Despite considering a scaled-down, socially distanced parade celebrating the Fourth of July, Marietta will cancel all events scheduled for the holiday, the city announced Wednesday.
In addition to the annual Let Freedom Ring Parade, scheduled events included festivities on the Square and a fireworks show.
“This was an extremely hard decision to make, but it was necessary to keep our citizens, visitors, and employees of the City of Marietta safe” from the coronavirus, Marietta Parks & Recreation posted on its Facebook page. “While we will miss seeing everyone on the Square, we look forward to a fun announcement coming soon to keep the patriotic spirit alive in the City!”
Mayor Steve Tumlin proposed the scaled-down parade as a way to celebrate first-responders on the front lines of the fight against the coronavirus.
“It would be cut back to the bare bones to salute our first responders and a few others,” Tumlin told the MDJ last week. “I don’t think there’s any way to do it like we have for the past 15 years, but I think Independence Day is very important and we can have something that’s safe.”
This year’s parade would have been limited to Marietta first responders, Wellstar Health System staff, the Georgia National Guard, veterans and the 2020 graduating seniors of Marietta High School.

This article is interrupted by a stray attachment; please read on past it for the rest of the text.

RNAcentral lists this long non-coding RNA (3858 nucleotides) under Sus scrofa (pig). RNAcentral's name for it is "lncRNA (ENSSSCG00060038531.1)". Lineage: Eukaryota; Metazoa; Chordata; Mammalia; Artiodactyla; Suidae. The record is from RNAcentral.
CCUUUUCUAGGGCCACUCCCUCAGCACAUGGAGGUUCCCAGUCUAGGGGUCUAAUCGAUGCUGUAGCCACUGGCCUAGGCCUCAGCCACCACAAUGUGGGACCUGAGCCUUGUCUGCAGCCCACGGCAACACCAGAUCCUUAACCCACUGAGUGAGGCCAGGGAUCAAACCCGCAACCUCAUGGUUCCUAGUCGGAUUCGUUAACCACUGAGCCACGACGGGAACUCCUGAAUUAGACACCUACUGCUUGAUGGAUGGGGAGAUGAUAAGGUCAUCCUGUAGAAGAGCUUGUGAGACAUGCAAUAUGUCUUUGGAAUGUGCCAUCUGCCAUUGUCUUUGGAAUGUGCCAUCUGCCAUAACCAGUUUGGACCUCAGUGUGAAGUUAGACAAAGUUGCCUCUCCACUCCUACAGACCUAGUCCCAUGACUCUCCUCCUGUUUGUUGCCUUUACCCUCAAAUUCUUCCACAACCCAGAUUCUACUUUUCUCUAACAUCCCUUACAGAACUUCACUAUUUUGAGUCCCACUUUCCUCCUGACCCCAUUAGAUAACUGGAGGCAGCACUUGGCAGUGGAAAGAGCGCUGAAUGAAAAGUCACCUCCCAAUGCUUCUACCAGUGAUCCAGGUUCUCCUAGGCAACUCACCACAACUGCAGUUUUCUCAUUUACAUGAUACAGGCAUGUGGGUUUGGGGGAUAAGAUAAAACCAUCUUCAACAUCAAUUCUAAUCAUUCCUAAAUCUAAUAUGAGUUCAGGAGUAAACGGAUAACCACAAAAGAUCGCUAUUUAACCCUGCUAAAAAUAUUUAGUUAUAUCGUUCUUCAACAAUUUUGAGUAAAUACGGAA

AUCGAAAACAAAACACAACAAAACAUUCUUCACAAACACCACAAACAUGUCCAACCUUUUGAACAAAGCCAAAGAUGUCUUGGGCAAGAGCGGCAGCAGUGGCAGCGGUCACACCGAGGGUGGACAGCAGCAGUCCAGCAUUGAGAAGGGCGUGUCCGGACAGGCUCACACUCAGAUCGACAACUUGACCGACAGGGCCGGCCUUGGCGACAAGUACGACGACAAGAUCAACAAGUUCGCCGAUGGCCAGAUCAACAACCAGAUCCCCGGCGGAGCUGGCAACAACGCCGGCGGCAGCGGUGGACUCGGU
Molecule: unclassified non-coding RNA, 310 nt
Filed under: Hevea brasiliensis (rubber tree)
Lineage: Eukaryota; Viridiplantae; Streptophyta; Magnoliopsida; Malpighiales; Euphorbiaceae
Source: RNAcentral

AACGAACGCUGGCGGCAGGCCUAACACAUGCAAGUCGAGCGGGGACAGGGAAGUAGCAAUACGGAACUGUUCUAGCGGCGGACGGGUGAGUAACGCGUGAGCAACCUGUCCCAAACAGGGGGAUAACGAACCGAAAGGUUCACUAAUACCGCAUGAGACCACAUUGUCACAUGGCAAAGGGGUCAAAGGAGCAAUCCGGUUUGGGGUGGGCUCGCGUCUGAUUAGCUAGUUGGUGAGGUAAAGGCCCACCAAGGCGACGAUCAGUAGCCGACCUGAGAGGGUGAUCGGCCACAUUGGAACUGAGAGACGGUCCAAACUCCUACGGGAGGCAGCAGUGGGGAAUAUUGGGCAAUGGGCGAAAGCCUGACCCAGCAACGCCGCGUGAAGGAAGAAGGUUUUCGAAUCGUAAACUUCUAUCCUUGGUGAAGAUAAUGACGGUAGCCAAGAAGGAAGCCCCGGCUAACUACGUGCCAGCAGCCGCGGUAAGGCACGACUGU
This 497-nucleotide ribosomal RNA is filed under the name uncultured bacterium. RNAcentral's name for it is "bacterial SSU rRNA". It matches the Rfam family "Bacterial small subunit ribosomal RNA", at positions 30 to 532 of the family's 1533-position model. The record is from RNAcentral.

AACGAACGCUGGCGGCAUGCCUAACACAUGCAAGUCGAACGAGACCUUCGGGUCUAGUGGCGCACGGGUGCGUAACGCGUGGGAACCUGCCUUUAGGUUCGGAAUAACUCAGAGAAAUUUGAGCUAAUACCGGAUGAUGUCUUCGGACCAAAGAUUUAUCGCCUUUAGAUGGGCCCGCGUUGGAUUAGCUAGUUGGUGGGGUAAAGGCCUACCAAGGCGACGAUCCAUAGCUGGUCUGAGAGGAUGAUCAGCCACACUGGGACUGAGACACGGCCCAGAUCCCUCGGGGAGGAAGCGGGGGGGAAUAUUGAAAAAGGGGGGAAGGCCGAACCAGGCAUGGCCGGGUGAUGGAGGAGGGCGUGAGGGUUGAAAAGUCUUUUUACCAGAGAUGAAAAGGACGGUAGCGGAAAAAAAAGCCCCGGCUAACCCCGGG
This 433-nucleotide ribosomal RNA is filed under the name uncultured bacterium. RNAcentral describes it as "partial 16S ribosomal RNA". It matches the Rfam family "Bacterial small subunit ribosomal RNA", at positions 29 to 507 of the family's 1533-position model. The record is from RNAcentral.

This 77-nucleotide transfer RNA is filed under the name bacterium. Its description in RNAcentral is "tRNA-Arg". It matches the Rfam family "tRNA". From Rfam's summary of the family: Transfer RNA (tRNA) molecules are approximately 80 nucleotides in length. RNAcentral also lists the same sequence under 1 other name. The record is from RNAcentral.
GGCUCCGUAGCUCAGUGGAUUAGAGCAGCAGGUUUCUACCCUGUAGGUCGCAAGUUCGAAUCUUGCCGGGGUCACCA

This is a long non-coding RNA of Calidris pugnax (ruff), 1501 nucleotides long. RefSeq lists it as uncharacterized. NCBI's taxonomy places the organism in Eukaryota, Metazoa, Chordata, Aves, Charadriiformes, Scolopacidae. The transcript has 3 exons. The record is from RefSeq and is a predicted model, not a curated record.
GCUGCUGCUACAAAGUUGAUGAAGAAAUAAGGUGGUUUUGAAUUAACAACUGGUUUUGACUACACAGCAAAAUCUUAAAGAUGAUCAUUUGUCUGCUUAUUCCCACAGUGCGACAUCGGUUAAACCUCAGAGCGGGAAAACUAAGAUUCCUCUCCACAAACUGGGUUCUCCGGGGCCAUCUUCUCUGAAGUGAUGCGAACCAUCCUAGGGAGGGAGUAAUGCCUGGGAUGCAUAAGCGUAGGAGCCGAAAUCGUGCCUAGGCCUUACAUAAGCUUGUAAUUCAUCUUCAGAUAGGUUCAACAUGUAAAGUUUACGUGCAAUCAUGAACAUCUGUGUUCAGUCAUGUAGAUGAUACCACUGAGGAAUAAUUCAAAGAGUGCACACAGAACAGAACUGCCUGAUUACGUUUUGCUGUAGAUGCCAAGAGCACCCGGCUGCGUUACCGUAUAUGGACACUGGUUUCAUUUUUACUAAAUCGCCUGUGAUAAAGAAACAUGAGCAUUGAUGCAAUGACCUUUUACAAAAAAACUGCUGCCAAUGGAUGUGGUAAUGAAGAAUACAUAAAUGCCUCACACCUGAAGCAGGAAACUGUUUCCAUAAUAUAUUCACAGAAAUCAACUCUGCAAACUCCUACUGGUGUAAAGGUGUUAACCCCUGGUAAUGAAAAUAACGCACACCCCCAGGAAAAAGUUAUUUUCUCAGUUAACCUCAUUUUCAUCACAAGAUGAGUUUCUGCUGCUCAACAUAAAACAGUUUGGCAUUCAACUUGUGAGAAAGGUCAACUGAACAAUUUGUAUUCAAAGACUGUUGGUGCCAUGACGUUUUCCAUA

On Thursday, however, Tumlin said City Council members and staff determined they couldn’t host a parade — which would likely have been the only one in the area — and effectively enforce social distancing guidelines.
“We could have scaled it back but people still would have come,” Tumlin said. “It would have been too successful.”
In an email shared with the MDJ, Councilwoman Cheryl Richardson listed several reasons not to host the parade, such as the governor’s continuing ban on large gatherings, the possibility of a lawsuit, some people’s unwillingness to wear a mask and the safety of city employees — an issue cited by other City Council members.
“We don’t want to put our staff in a situation to where they’re uncomfortable,” said Councilman Johnny Walker. “I was excited about the possibility of being able to do it, but the more I think about it, it’s probably best this year that we don’t.”
He and Tumlin said it was obvious the moment the mayor floated the idea that staff would be reluctant to organize the parade.
“You could see it in their faces: ‘We’ll do it if y’all make us,’” he said.
Councilman Grif Chalfant said the city is considering simply postponing the parade to Labor Day weekend.
Meanwhile, the city will find another way to celebrate the Fourth of July, the mayor insisted.
“We’ve got a plan to capture the spirit,” Tumlin said. “We still want a Norman Rockwell feeling of July the Fourth here, and we started regrouping to do something else and have the world’s greatest (parade) next year.”
Details regarding the city’s alternative plans for celebrating Independence Day will likely be released early next week, Tumlin said.